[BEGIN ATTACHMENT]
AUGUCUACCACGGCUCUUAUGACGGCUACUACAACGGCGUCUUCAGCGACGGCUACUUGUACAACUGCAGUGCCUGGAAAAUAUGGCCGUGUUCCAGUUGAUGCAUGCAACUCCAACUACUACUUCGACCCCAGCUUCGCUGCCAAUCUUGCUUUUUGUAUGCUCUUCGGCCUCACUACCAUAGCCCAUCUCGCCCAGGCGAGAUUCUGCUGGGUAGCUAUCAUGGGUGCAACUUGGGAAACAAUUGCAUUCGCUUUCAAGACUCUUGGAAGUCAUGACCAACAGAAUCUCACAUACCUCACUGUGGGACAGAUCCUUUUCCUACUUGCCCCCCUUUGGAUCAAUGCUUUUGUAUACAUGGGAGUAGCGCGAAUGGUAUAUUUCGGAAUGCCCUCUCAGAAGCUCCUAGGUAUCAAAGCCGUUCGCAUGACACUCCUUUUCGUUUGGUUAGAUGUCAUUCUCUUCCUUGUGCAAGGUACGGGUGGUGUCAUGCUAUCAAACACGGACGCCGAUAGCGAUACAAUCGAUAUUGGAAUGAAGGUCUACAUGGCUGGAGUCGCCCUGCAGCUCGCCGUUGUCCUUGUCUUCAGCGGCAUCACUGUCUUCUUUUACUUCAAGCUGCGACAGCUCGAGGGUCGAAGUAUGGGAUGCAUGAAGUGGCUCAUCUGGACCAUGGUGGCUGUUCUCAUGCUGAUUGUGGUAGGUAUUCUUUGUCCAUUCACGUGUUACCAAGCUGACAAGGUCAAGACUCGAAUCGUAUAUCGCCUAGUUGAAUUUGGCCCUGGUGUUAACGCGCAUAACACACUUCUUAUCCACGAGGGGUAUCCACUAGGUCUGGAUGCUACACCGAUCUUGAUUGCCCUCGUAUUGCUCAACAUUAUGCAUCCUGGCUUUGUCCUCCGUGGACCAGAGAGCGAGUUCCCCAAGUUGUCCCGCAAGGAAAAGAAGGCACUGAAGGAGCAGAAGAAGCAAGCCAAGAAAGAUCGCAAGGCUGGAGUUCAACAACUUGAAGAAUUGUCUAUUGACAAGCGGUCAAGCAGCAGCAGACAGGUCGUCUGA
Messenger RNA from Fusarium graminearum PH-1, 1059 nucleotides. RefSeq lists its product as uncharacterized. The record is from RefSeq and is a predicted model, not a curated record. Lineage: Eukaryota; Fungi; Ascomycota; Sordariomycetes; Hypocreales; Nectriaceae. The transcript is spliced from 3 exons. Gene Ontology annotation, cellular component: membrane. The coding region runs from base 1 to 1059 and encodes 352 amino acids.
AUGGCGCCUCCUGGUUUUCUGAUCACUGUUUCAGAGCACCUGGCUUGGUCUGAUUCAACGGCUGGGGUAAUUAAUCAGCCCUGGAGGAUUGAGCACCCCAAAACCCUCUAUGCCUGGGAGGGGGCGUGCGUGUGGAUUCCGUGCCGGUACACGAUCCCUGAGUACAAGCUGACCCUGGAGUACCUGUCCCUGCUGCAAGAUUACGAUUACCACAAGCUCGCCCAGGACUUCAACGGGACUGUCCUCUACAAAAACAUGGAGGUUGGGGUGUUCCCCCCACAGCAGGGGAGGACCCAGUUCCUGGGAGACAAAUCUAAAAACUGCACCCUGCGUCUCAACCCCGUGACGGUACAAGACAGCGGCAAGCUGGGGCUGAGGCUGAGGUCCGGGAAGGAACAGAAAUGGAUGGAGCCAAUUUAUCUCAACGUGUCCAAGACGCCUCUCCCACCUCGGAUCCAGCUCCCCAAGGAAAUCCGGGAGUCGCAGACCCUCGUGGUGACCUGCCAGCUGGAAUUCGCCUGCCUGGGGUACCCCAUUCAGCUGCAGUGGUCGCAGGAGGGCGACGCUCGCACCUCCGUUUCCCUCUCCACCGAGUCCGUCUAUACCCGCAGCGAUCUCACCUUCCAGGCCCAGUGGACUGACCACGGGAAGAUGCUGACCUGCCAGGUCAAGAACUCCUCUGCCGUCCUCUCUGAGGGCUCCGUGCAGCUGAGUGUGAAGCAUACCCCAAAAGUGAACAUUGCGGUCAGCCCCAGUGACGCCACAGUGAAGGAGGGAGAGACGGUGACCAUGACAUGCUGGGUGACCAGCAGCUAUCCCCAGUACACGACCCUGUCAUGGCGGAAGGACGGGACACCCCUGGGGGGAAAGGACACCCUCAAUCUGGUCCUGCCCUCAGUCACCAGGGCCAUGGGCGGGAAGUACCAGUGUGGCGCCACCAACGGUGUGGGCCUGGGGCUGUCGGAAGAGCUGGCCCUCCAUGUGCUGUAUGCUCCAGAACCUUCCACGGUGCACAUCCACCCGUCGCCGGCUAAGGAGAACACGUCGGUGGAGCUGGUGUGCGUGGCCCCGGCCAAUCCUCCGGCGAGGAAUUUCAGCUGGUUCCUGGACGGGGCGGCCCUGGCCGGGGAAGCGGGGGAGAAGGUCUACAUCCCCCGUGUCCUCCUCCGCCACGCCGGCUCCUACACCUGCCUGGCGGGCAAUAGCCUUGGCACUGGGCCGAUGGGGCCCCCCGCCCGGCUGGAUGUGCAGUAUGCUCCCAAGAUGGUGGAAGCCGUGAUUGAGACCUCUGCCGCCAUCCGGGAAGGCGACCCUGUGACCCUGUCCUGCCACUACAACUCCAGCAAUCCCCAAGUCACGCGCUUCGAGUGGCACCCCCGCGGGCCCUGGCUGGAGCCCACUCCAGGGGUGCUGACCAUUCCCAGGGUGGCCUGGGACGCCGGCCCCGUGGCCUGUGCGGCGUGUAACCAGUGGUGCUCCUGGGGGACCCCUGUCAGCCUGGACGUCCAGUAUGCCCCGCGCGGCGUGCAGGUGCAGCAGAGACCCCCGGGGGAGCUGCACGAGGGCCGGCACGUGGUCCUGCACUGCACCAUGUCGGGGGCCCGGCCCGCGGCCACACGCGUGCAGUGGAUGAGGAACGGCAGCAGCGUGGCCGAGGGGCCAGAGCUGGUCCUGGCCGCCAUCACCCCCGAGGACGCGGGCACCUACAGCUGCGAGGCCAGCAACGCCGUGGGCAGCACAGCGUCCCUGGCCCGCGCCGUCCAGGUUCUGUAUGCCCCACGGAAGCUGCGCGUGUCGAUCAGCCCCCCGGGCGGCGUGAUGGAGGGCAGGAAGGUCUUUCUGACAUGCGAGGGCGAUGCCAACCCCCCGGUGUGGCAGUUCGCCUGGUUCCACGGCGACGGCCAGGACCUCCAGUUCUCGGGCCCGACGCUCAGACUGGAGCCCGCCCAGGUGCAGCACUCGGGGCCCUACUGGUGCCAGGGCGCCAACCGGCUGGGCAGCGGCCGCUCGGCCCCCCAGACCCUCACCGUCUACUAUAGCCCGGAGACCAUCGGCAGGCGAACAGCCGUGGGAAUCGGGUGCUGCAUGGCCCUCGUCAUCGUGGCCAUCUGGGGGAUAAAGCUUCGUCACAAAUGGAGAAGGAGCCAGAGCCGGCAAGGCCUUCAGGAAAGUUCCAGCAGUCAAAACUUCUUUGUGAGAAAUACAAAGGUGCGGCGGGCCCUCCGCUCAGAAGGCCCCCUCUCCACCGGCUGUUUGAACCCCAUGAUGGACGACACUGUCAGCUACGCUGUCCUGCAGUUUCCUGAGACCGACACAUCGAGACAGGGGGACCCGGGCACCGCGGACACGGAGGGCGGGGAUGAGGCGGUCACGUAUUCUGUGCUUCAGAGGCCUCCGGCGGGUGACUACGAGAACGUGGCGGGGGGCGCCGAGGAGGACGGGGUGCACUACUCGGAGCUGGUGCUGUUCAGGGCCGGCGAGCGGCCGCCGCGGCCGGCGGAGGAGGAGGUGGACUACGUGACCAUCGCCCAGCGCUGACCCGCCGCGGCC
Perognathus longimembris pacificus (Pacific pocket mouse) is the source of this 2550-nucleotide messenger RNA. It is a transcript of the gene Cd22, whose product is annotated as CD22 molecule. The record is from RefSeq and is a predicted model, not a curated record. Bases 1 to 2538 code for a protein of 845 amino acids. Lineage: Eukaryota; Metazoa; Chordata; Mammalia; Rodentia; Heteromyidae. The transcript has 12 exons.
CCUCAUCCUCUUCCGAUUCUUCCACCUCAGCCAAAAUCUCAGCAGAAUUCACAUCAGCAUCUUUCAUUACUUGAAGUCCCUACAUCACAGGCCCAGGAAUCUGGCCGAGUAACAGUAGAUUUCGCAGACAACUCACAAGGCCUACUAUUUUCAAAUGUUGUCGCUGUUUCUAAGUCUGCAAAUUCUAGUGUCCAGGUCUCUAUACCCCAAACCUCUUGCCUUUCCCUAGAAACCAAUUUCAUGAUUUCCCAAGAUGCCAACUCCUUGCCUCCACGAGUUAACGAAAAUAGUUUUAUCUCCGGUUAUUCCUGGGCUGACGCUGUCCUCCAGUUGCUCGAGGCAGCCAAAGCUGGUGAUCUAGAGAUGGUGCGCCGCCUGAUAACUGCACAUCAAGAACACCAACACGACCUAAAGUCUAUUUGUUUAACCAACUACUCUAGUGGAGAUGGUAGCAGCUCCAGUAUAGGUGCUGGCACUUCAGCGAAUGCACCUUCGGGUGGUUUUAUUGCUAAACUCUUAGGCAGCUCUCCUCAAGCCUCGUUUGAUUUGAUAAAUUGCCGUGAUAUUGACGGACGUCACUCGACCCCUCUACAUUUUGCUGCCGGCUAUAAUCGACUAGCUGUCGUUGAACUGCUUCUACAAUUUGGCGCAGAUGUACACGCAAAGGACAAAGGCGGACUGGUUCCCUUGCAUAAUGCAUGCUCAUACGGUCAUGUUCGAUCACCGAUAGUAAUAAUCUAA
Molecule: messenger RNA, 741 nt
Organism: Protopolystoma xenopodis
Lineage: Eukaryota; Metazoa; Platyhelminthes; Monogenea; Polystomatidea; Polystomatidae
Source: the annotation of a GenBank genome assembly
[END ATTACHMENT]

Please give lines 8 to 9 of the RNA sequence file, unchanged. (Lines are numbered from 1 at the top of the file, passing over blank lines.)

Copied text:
Lineage: Eukaryota; Metazoa; Platyhelminthes; Monogenea; Polystomatidea; Polystomatidae
Source: the annotation of a GenBank genome assembly